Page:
Reducing risks: how to move from reactive to proactive

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Date: 8 June 2022

Wearing a life jacket to reduce risks

Every business faces risks. Statistics show that up to 20% of start up businesses fail within the first year. In some cases, it's impossible to avert disaster, but often, there are ways to reduce risks and avoid metaphorical icebergs during the early days. In this guide, we'll outline key risks and causes of new business failure and provide advice to encourage a proactive approach.

Common risks facing start up owners

All company directors face challenges and obstacles. Susceptibility to risk is often higher among new businesses, as owners and teams may not have the experience, knowledge, and tools in place to negotiate hurdles or respond to problems quickly enough. Adopting a proactive rather than reactive mindset can help new businesses to reduce risks, prevent issues and ensure that they respond rapidly to aid recovery and minimise disruption. All start ups are unique, and they may encounter different risks, but there are some common themes among new ventures. These include:

Security

Most new business owners will be aware of the threat of cybercrime and security breaches, but they might not be familiar with statistics related to small businesses. The headlines tend to focus on high-profile data leaks or ransomware attacks that target multinational corporations with thousands of employees and customers. It may seem like large businesses bear the brunt of cyber attacks. In reality, over 40% of cyber attacks target small companies.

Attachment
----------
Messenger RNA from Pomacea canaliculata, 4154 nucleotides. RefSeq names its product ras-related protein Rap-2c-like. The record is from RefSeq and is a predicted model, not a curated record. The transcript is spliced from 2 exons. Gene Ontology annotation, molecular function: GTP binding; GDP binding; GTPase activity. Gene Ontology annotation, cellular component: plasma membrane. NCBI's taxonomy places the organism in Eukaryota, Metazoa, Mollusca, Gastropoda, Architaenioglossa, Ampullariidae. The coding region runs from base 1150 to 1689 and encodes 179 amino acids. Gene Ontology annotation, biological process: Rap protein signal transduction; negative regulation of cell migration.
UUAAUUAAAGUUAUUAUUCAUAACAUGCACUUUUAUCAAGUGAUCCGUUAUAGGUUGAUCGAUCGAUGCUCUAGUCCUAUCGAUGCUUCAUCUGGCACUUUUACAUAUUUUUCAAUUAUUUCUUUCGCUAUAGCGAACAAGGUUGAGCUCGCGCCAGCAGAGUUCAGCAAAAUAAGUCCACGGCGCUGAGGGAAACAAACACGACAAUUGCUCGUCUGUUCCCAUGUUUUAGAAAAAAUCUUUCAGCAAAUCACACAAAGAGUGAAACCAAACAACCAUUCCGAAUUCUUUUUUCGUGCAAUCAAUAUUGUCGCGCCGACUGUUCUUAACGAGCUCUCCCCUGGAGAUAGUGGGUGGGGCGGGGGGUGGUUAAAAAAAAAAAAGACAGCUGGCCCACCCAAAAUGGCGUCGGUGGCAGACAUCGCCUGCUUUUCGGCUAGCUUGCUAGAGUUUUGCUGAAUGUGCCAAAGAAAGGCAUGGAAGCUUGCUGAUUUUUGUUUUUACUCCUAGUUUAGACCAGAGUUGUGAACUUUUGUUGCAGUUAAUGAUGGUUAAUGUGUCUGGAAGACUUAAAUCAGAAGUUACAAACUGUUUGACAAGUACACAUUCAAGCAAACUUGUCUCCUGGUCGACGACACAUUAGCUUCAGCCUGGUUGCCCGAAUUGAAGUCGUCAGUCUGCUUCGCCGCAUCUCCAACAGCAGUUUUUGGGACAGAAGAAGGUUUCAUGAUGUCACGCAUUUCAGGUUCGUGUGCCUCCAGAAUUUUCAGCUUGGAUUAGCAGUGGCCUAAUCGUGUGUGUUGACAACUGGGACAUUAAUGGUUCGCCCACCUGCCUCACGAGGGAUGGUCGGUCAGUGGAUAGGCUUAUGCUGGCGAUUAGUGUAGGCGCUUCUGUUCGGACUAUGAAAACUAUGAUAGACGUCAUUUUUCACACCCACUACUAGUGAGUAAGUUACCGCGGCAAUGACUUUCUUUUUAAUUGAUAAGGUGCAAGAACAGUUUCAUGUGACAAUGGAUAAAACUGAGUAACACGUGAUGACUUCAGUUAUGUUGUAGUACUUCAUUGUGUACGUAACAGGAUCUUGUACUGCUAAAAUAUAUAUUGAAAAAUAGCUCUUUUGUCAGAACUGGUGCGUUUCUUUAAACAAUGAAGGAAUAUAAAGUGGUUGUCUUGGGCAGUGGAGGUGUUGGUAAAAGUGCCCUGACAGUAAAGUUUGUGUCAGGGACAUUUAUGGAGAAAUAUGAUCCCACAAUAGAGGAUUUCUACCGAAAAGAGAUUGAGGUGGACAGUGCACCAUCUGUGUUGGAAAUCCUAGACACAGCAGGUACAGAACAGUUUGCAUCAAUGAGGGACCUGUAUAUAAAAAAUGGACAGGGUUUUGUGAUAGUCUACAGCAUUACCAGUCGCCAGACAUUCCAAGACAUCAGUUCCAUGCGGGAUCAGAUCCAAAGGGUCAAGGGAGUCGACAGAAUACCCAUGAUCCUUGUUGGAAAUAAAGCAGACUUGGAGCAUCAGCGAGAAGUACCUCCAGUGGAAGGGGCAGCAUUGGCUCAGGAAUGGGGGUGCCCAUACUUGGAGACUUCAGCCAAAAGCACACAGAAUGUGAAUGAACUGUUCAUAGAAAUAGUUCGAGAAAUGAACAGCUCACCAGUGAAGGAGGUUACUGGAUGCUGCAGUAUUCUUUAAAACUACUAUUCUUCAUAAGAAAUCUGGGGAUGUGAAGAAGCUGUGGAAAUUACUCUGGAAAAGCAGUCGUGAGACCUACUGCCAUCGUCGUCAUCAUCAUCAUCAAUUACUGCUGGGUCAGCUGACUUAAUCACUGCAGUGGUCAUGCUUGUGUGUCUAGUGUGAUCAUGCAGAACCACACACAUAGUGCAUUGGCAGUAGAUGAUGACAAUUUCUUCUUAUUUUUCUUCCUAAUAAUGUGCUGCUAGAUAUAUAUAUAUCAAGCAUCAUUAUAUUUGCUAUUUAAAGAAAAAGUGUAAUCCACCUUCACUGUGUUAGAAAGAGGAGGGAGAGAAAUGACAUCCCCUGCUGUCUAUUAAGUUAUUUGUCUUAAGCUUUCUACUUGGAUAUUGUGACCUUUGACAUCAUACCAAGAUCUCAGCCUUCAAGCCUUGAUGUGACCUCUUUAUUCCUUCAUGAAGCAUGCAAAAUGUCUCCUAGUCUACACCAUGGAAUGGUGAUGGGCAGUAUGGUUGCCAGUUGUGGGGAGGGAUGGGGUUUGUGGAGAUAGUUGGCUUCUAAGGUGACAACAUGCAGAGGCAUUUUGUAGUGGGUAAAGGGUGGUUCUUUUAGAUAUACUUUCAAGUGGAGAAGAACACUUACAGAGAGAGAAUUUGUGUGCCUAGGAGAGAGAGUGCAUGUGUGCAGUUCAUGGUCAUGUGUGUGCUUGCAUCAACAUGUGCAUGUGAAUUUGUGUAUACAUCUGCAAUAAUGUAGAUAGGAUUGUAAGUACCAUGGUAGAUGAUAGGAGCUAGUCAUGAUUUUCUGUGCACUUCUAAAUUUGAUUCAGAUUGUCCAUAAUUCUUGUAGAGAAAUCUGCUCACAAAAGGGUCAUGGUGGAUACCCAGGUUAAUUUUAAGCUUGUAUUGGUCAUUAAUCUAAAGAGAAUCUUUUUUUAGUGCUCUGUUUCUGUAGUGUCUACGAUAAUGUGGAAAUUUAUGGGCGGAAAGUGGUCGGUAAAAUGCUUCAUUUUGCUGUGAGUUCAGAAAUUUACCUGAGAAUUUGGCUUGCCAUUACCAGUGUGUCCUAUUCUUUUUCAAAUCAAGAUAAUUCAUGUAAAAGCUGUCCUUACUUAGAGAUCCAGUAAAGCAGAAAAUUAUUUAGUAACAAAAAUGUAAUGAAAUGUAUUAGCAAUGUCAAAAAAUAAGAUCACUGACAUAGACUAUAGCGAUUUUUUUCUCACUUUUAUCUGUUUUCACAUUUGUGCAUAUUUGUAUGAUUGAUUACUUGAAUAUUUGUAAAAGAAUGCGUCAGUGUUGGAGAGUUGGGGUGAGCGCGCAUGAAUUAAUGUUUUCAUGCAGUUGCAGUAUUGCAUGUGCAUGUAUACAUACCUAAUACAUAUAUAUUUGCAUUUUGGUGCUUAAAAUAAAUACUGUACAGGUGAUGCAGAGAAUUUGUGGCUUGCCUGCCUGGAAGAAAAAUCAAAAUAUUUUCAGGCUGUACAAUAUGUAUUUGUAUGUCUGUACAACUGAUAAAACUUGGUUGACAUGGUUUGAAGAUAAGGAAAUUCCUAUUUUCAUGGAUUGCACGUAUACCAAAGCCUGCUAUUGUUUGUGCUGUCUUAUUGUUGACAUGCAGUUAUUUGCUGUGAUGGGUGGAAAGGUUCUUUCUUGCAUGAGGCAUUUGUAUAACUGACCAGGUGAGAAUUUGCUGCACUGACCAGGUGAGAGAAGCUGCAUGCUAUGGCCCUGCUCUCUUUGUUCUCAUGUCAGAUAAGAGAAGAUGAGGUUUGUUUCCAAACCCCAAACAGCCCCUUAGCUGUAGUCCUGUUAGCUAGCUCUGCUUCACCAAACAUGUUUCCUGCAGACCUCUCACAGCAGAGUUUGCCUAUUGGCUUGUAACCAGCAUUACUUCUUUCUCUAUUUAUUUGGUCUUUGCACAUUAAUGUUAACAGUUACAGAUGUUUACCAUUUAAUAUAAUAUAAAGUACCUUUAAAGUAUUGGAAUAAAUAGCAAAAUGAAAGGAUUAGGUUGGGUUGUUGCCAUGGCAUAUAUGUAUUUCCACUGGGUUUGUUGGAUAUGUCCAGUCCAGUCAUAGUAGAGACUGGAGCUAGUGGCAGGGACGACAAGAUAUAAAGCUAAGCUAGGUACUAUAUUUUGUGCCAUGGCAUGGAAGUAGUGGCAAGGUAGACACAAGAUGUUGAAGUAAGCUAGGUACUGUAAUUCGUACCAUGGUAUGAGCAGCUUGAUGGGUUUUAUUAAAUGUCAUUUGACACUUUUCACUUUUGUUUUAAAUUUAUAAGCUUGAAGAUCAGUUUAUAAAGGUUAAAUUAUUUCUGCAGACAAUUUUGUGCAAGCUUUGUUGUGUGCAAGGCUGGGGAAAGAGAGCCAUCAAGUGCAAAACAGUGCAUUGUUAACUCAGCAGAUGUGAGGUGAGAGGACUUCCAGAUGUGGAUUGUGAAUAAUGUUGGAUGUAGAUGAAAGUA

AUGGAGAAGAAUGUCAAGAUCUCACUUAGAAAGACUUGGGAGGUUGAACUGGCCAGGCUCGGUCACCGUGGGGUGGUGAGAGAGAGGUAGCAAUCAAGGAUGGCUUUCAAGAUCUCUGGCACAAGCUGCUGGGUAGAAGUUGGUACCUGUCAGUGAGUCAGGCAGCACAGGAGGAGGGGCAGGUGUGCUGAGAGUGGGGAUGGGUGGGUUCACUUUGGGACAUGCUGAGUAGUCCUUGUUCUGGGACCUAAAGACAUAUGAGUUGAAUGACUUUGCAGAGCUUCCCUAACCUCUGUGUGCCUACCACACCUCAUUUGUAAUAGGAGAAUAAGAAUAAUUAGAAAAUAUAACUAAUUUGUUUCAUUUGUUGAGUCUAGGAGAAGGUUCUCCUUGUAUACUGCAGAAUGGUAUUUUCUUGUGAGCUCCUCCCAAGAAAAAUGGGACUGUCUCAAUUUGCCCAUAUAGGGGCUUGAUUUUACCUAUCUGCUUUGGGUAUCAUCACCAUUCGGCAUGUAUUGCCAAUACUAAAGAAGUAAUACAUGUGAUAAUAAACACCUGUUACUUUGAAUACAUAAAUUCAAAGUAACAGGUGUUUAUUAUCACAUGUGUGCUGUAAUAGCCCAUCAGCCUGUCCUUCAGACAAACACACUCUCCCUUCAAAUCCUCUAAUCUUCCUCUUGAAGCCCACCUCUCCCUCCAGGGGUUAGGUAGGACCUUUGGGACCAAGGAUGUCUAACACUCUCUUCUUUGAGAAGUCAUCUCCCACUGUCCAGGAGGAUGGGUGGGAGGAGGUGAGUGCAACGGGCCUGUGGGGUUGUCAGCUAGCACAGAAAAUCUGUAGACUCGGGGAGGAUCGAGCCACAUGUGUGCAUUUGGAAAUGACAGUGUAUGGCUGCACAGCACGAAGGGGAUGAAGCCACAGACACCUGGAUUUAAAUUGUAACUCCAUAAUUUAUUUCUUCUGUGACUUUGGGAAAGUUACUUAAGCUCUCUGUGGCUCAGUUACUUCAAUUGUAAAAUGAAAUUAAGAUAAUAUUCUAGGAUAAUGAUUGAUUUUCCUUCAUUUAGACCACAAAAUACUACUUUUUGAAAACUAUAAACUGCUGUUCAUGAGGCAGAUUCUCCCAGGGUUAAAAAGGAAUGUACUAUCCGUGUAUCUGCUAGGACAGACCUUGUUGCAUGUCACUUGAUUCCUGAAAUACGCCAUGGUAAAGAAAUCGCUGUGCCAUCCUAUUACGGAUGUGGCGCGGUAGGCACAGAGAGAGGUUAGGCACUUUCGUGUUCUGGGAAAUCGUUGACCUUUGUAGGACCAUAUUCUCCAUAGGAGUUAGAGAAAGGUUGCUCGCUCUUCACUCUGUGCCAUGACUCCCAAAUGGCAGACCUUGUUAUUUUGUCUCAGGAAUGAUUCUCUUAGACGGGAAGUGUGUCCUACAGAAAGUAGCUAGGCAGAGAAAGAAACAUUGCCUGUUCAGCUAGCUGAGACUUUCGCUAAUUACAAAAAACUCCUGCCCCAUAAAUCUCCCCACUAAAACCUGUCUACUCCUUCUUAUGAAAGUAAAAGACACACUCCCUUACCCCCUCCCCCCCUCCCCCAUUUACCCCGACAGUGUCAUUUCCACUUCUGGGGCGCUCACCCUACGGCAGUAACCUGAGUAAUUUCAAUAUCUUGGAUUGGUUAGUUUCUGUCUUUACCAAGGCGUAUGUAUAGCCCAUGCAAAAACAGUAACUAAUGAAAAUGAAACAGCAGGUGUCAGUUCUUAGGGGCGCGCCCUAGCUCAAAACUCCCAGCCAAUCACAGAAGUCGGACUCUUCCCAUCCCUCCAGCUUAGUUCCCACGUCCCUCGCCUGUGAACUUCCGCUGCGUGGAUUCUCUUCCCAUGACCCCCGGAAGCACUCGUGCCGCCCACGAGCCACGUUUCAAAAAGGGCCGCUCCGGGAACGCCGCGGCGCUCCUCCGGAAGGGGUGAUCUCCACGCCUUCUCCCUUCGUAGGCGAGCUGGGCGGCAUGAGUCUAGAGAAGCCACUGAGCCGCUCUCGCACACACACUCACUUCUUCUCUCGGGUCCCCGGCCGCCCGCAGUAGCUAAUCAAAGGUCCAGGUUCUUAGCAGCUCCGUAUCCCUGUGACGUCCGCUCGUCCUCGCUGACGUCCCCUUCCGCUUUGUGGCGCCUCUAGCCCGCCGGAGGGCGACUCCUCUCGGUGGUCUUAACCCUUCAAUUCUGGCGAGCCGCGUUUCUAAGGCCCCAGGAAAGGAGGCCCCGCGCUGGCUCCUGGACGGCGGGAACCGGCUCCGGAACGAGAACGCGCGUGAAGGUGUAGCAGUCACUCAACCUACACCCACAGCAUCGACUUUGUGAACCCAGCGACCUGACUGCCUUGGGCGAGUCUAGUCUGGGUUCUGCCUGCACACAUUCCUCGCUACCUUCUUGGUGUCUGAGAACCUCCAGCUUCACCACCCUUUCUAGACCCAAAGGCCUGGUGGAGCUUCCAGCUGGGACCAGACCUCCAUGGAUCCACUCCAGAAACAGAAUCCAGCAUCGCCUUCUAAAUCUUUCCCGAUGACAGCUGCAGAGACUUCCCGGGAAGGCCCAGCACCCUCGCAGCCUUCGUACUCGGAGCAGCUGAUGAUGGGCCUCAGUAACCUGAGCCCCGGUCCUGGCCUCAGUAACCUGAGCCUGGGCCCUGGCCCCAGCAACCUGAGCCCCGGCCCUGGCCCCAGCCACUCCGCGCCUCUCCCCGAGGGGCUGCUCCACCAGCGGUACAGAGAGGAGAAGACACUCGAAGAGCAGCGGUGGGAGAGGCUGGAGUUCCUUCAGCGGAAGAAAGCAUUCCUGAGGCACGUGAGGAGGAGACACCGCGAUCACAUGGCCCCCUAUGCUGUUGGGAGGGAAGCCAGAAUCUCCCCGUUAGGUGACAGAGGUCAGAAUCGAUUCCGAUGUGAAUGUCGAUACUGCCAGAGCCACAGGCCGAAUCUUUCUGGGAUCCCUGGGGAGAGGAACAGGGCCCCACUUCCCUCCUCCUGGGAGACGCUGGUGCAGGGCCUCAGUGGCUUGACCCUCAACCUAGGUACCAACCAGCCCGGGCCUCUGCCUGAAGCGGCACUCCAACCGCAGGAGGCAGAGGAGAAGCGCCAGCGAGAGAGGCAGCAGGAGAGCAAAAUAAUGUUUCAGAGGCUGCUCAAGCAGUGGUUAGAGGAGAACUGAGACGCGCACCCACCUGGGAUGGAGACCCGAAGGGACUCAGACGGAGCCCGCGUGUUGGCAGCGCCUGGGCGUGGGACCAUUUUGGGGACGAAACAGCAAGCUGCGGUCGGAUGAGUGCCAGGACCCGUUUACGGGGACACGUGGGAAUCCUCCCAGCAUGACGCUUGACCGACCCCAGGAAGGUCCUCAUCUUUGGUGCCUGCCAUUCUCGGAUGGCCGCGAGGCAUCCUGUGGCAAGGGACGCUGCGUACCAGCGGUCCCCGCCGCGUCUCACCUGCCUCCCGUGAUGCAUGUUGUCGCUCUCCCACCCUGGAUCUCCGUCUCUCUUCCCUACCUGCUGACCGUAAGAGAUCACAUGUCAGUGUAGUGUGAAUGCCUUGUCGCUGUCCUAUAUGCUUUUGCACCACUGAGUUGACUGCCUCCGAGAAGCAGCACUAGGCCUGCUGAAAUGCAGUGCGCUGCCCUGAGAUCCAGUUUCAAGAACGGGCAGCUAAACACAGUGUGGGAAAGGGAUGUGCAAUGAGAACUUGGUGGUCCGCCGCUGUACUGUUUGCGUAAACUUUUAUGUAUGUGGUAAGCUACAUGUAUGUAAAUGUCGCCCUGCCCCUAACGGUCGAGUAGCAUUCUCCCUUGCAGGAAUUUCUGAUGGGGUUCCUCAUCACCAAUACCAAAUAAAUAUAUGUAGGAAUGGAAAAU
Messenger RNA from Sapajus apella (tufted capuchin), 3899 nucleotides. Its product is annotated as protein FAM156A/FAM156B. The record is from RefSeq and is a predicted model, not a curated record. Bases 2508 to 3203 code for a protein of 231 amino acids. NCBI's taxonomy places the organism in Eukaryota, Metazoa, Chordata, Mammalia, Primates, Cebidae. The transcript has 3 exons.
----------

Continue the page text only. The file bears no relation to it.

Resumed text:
Downtime and security breaches can spell disaster for start up firms. They contribute to financial losses and reputational damage, which are often terminal. Around 60% of those targeted by cyber criminals will go out of business within 12 months.

Security is a real threat to start ups and small businesses, but there are ways to manage risks and strengthen defences. Protecting networks, systems, and devices, updating and upgrading software and technology, implementing security policies and providing cybersecurity awareness training can all help to lower risks and enhance online safety and security. If your employees know how to spot scam emails, for example, they can report the problem, delete the message, and block the sender. Without the relevant training, they may open the message, click on the link, or respond to an email, inadvertently sharing data or unlocking access to sensitive information.

If you don't have IT experts on your team, it's worth considering working with an agency to analyse and evaluate the protocols and security measures you have in place, offer recommendations to improve security and monitor systems to detect suspicious behaviour.

The issue of security has become increasingly important for small business owners as threat levels have risen and staffing structures have changed. Many employees now have flexible hours and working arrangements, which means that they are either remote or hybrid workers. If your business has a BYOD (bring your own device) policy, or you have employees working from home or remote locations, it's essential that you update protocols and introduce new guidelines to cater to different environments and respond to new challenges.

Finances